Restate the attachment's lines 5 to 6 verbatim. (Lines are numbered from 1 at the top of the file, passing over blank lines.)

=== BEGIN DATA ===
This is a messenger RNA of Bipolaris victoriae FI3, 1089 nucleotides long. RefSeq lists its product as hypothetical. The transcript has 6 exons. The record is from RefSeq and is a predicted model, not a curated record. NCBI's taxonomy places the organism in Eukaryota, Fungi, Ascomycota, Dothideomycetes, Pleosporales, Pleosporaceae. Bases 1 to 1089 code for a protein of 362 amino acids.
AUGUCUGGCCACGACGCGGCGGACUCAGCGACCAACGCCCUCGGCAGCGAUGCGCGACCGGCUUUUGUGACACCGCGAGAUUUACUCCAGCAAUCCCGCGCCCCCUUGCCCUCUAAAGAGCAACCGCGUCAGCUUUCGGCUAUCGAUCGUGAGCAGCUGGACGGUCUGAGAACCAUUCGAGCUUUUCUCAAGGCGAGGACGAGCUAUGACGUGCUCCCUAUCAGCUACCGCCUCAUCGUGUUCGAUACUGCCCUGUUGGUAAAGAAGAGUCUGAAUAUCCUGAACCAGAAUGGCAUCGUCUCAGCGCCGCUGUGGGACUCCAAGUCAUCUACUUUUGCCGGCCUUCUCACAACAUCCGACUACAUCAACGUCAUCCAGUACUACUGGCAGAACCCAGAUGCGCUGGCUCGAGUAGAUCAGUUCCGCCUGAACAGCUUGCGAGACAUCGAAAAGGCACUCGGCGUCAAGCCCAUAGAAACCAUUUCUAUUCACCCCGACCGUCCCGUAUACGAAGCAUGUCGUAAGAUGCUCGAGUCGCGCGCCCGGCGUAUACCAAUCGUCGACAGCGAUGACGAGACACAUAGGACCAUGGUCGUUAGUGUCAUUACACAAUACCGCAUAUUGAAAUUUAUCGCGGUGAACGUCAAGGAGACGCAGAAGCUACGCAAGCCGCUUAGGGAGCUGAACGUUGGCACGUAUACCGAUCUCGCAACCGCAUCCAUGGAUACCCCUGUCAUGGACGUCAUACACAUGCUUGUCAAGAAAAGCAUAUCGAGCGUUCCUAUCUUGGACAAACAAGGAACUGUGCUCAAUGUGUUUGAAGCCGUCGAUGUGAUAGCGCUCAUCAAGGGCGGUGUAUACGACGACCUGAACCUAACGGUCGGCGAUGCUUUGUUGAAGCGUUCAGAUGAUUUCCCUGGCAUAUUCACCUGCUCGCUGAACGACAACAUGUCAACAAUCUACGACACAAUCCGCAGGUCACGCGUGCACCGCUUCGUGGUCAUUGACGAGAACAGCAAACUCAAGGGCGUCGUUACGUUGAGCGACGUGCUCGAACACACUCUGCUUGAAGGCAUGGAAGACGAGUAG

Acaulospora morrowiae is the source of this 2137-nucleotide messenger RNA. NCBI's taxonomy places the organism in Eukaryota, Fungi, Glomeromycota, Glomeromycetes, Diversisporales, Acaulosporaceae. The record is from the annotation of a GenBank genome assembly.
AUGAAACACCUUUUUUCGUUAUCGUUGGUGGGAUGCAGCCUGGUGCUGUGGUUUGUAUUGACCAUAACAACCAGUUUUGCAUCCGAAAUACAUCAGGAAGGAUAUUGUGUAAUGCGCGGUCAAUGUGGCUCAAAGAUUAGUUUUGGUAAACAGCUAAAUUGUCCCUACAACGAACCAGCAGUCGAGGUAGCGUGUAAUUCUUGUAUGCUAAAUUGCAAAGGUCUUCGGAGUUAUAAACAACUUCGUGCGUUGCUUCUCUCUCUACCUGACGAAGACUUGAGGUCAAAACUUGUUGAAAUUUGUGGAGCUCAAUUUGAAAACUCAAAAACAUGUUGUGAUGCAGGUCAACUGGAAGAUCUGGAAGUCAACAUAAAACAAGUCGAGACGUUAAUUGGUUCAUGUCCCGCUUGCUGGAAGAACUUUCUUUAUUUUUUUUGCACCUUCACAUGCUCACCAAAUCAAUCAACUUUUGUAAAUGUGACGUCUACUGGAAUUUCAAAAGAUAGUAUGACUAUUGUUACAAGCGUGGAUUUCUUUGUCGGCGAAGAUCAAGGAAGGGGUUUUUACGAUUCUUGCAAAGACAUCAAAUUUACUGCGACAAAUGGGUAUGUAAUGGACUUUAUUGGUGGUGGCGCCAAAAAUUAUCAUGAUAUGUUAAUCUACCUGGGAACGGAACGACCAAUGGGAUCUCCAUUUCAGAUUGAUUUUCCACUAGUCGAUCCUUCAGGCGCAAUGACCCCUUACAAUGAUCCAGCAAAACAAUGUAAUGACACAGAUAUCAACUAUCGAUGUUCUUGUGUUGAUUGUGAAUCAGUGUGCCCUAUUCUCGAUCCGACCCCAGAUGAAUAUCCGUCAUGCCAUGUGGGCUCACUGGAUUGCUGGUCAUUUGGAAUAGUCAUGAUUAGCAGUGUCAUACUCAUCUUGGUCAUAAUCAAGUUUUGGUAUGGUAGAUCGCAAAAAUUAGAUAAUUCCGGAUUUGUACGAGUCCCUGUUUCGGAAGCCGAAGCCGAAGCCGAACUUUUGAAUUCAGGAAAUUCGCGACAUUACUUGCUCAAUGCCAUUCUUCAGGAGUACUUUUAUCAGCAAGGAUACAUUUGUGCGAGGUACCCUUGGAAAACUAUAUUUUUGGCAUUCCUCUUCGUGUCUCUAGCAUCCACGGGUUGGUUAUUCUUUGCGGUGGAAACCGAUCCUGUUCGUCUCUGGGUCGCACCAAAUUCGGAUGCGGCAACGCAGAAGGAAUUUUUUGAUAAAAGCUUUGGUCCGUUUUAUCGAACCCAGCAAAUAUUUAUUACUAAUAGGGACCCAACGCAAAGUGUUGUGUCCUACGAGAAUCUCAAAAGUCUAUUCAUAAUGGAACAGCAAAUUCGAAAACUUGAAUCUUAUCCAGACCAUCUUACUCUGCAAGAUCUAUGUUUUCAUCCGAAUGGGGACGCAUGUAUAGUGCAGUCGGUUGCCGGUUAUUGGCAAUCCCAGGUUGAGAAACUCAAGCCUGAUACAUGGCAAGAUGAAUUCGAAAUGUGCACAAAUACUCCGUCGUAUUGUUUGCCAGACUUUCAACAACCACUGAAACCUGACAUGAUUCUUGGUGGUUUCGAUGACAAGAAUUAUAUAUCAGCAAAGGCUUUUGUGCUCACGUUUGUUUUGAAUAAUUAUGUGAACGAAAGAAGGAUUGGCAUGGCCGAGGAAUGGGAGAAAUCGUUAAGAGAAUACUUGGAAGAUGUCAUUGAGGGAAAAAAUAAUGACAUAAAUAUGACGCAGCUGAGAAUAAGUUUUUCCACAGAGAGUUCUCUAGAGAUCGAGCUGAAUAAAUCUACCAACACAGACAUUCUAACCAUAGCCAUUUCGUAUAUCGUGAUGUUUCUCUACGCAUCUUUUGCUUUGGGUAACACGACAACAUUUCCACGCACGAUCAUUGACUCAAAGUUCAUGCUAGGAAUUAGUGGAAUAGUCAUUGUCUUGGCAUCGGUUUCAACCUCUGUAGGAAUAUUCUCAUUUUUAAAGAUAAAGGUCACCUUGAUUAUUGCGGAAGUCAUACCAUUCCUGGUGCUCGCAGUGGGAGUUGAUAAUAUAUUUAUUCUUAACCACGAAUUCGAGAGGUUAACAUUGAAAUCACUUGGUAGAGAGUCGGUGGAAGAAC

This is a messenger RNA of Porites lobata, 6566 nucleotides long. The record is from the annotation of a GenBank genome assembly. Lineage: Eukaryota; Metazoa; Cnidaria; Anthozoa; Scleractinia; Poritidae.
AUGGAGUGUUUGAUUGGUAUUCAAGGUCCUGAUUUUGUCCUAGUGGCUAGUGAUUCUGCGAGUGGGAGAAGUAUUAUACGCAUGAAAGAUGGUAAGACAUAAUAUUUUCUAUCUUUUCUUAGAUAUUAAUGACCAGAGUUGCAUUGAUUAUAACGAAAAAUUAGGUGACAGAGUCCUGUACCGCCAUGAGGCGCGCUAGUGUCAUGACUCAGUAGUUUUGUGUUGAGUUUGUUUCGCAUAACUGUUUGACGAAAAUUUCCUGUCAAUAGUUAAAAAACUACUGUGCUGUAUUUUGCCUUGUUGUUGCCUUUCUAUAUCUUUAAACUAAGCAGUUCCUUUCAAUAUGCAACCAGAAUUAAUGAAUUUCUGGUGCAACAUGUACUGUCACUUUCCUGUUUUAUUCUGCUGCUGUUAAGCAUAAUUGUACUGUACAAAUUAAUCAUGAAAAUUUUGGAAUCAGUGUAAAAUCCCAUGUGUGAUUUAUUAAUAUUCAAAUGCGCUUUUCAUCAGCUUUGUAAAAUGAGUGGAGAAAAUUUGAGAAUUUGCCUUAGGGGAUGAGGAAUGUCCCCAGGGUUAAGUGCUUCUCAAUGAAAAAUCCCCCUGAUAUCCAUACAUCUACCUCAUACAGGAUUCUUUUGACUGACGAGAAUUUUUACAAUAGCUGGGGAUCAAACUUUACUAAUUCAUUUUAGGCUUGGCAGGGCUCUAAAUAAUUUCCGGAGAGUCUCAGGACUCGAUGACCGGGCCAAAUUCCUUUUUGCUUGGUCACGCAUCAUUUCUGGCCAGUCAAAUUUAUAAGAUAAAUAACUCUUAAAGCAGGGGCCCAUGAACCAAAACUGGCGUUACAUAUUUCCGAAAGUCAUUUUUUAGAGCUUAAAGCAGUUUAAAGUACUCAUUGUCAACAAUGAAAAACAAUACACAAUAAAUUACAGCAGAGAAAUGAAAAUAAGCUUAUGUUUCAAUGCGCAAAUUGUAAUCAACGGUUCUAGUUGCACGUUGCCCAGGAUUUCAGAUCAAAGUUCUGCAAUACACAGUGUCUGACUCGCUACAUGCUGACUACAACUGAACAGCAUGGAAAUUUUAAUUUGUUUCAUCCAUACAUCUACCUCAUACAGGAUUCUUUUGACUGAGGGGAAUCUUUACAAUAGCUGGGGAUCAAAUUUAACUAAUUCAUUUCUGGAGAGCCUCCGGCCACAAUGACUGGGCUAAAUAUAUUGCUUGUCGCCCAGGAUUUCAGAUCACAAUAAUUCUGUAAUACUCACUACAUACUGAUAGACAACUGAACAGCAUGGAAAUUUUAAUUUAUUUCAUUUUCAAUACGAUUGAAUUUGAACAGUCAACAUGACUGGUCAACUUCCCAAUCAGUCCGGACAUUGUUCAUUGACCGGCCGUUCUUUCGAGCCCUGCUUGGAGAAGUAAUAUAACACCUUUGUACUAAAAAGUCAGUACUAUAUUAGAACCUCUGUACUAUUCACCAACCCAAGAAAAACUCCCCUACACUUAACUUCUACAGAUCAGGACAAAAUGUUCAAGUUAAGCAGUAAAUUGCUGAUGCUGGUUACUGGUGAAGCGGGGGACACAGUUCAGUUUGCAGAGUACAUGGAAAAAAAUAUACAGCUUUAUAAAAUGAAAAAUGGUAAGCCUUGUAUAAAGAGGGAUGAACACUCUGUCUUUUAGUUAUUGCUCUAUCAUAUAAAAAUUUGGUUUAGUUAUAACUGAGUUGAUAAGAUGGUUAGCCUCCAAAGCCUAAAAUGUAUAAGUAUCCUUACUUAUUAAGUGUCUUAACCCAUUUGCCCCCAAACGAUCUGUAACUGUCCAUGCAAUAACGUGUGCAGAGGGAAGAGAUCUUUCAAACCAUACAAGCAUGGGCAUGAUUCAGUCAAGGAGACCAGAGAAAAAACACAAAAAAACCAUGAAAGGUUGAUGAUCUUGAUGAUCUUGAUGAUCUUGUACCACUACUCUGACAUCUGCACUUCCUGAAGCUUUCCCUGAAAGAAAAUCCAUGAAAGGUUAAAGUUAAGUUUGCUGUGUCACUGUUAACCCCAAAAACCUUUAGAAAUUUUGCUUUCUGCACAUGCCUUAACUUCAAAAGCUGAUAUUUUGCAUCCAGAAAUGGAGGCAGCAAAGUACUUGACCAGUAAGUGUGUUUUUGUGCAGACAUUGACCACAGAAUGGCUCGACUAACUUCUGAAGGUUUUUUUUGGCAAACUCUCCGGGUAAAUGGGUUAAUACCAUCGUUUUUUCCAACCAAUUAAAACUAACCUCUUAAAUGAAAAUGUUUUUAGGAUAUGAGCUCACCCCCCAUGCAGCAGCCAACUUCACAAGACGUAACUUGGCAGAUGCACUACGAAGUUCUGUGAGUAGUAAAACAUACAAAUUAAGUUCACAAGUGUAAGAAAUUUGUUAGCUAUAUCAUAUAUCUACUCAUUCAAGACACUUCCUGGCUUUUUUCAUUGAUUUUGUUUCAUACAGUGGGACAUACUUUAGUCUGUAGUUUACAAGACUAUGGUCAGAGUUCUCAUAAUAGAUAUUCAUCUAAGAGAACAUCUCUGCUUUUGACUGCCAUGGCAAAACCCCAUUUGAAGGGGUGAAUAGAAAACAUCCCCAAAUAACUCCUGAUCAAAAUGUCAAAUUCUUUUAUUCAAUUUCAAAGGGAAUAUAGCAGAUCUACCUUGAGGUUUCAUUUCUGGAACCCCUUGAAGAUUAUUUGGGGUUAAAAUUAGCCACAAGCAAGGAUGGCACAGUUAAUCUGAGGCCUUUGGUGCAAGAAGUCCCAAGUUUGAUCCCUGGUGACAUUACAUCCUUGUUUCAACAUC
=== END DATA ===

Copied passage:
This is a messenger RNA of Porites lobata, 6566 nucleotides long. The record is from the annotation of a GenBank genome assembly. Lineage: Eukaryota; Metazoa; Cnidaria; Anthozoa; Scleractinia; Poritidae.
AUGGAGUGUUUGAUUGGUAUUCAAGGUCCUGAUUUUGUCCUAGUGGCUAGUGAUUCUGCGAGUGGGAGAAGUAUUAUACGCAUGAAAGAUGGUAAGACAUAAUAUUUUCUAUCUUUUCUUAGAUAUUAAUGACCAGAGUUGCAUUGAUUAUAACGAAAAAUUAGGUGACAGAGUCCUGUACCGCCAUGAGGCGCGCUAGUGUCAUGACUCAGUAGUUUUGUGUUGAGUUUGUUUCGCAUAACUGUUUGACGAAAAUUUCCUGUCAAUAGUUAAAAAACUACUGUGCUGUAUUUUGCCUUGUUGUUGCCUUUCUAUAUCUUUAAACUAAGCAGUUCCUUUCAAUAUGCAACCAGAAUUAAUGAAUUUCUGGUGCAACAUGUACUGUCACUUUCCUGUUUUAUUCUGCUGCUGUUAAGCAUAAUUGUACUGUACAAAUUAAUCAUGAAAAUUUUGGAAUCAGUGUAAAAUCCCAUGUGUGAUUUAUUAAUAUUCAAAUGCGCUUUUCAUCAGCUUUGUAAAAUGAGUGGAGAAAAUUUGAGAAUUUGCCUUAGGGGAUGAGGAAUGUCCCCAGGGUUAAGUGCUUCUCAAUGAAAAAUCCCCCUGAUAUCCAUACAUCUACCUCAUACAGGAUUCUUUUGACUGACGAGAAUUUUUACAAUAGCUGGGGAUCAAACUUUACUAAUUCAUUUUAGGCUUGGCAGGGCUCUAAAUAAUUUCCGGAGAGUCUCAGGACUCGAUGACCGGGCCAAAUUCCUUUUUGCUUGGUCACGCAUCAUUUCUGGCCAGUCAAAUUUAUAAGAUAAAUAACUCUUAAAGCAGGGGCCCAUGAACCAAAACUGGCGUUACAUAUUUCCGAAAGUCAUUUUUUAGAGCUUAAAGCAGUUUAAAGUACUCAUUGUCAACAAUGAAAAACAAUACACAAUAAAUUACAGCAGAGAAAUGAAAAUAAGCUUAUGUUUCAAUGCGCAAAUUGUAAUCAACGGUUCUAGUUGCACGUUGCCCAGGAUUUCAGAUCAAAGUUCUGCAAUACACAGUGUCUGACUCGCUACAUGCUGACUACAACUGAACAGCAUGGAAAUUUUAAUUUGUUUCAUCCAUACAUCUACCUCAUACAGGAUUCUUUUGACUGAGGGGAAUCUUUACAAUAGCUGGGGAUCAAAUUUAACUAAUUCAUUUCUGGAGAGCCUCCGGCCACAAUGACUGGGCUAAAUAUAUUGCUUGUCGCCCAGGAUUUCAGAUCACAAUAAUUCUGUAAUACUCACUACAUACUGAUAGACAACUGAACAGCAUGGAAAUUUUAAUUUAUUUCAUUUUCAAUACGAUUGAAUUUGAACAGUCAACAUGACUGGUCAACUUCCCAAUCAGUCCGGACAUUGUUCAUUGACCGGCCGUUCUUUCGAGCCCUGCUUGGAGAAGUAAUAUAACACCUUUGUACUAAAAAGUCAGUACUAUAUUAGAACCUCUGUACUAUUCACCAACCCAAGAAAAACUCCCCUACACUUAACUUCUACAGAUCAGGACAAAAUGUUCAAGUUAAGCAGUAAAUUGCUGAUGCUGGUUACUGGUGAAGCGGGGGACACAGUUCAGUUUGCAGAGUACAUGGAAAAAAAUAUACAGCUUUAUAAAAUGAAAAAUGGUAAGCCUUGUAUAAAGAGGGAUGAACACUCUGUCUUUUAGUUAUUGCUCUAUCAUAUAAAAAUUUGGUUUAGUUAUAACUGAGUUGAUAAGAUGGUUAGCCUCCAAAGCCUAAAAUGUAUAAGUAUCCUUACUUAUUAAGUGUCUUAACCCAUUUGCCCCCAAACGAUCUGUAACUGUCCAUGCAAUAACGUGUGCAGAGGGAAGAGAUCUUUCAAACCAUACAAGCAUGGGCAUGAUUCAGUCAAGGAGACCAGAGAAAAAACACAAAAAAACCAUGAAAGGUUGAUGAUCUUGAUGAUCUUGAUGAUCUUGUACCACUACUCUGACAUCUGCACUUCCUGAAGCUUUCCCUGAAAGAAAAUCCAUGAAAGGUUAAAGUUAAGUUUGCUGUGUCACUGUUAACCCCAAAAACCUUUAGAAAUUUUGCUUUCUGCACAUGCCUUAACUUCAAAAGCUGAUAUUUUGCAUCCAGAAAUGGAGGCAGCAAAGUACUUGACCAGUAAGUGUGUUUUUGUGCAGACAUUGACCACAGAAUGGCUCGACUAACUUCUGAAGGUUUUUUUUGGCAAACUCUCCGGGUAAAUGGGUUAAUACCAUCGUUUUUUCCAACCAAUUAAAACUAACCUCUUAAAUGAAAAUGUUUUUAGGAUAUGAGCUCACCCCCCAUGCAGCAGCCAACUUCACAAGACGUAACUUGGCAGAUGCACUACGAAGUUCUGUGAGUAGUAAAACAUACAAAUUAAGUUCACAAGUGUAAGAAAUUUGUUAGCUAUAUCAUAUAUCUACUCAUUCAAGACACUUCCUGGCUUUUUUCAUUGAUUUUGUUUCAUACAGUGGGACAUACUUUAGUCUGUAGUUUACAAGACUAUGGUCAGAGUUCUCAUAAUAGAUAUUCAUCUAAGAGAACAUCUCUGCUUUUGACUGCCAUGGCAAAACCCCAUUUGAAGGGGUGAAUAGAAAACAUCCCCAAAUAACUCCUGAUCAAAAUGUCAAAUUCUUUUAUUCAAUUUCAAAGGGAAUAUAGCAGAUCUACCUUGAGGUUUCAUUUCUGGAACCCCUUGAAGAUUAUUUGGGGUUAAAAUUAGCCACAAGCAAGGAUGGCACAGUUAAUCUGAGGCCUUUGGUGCAAGAAGUCCCAAGUUUGAUCCCUGGUGACAUUACAUCCUUGUUUCAACAUC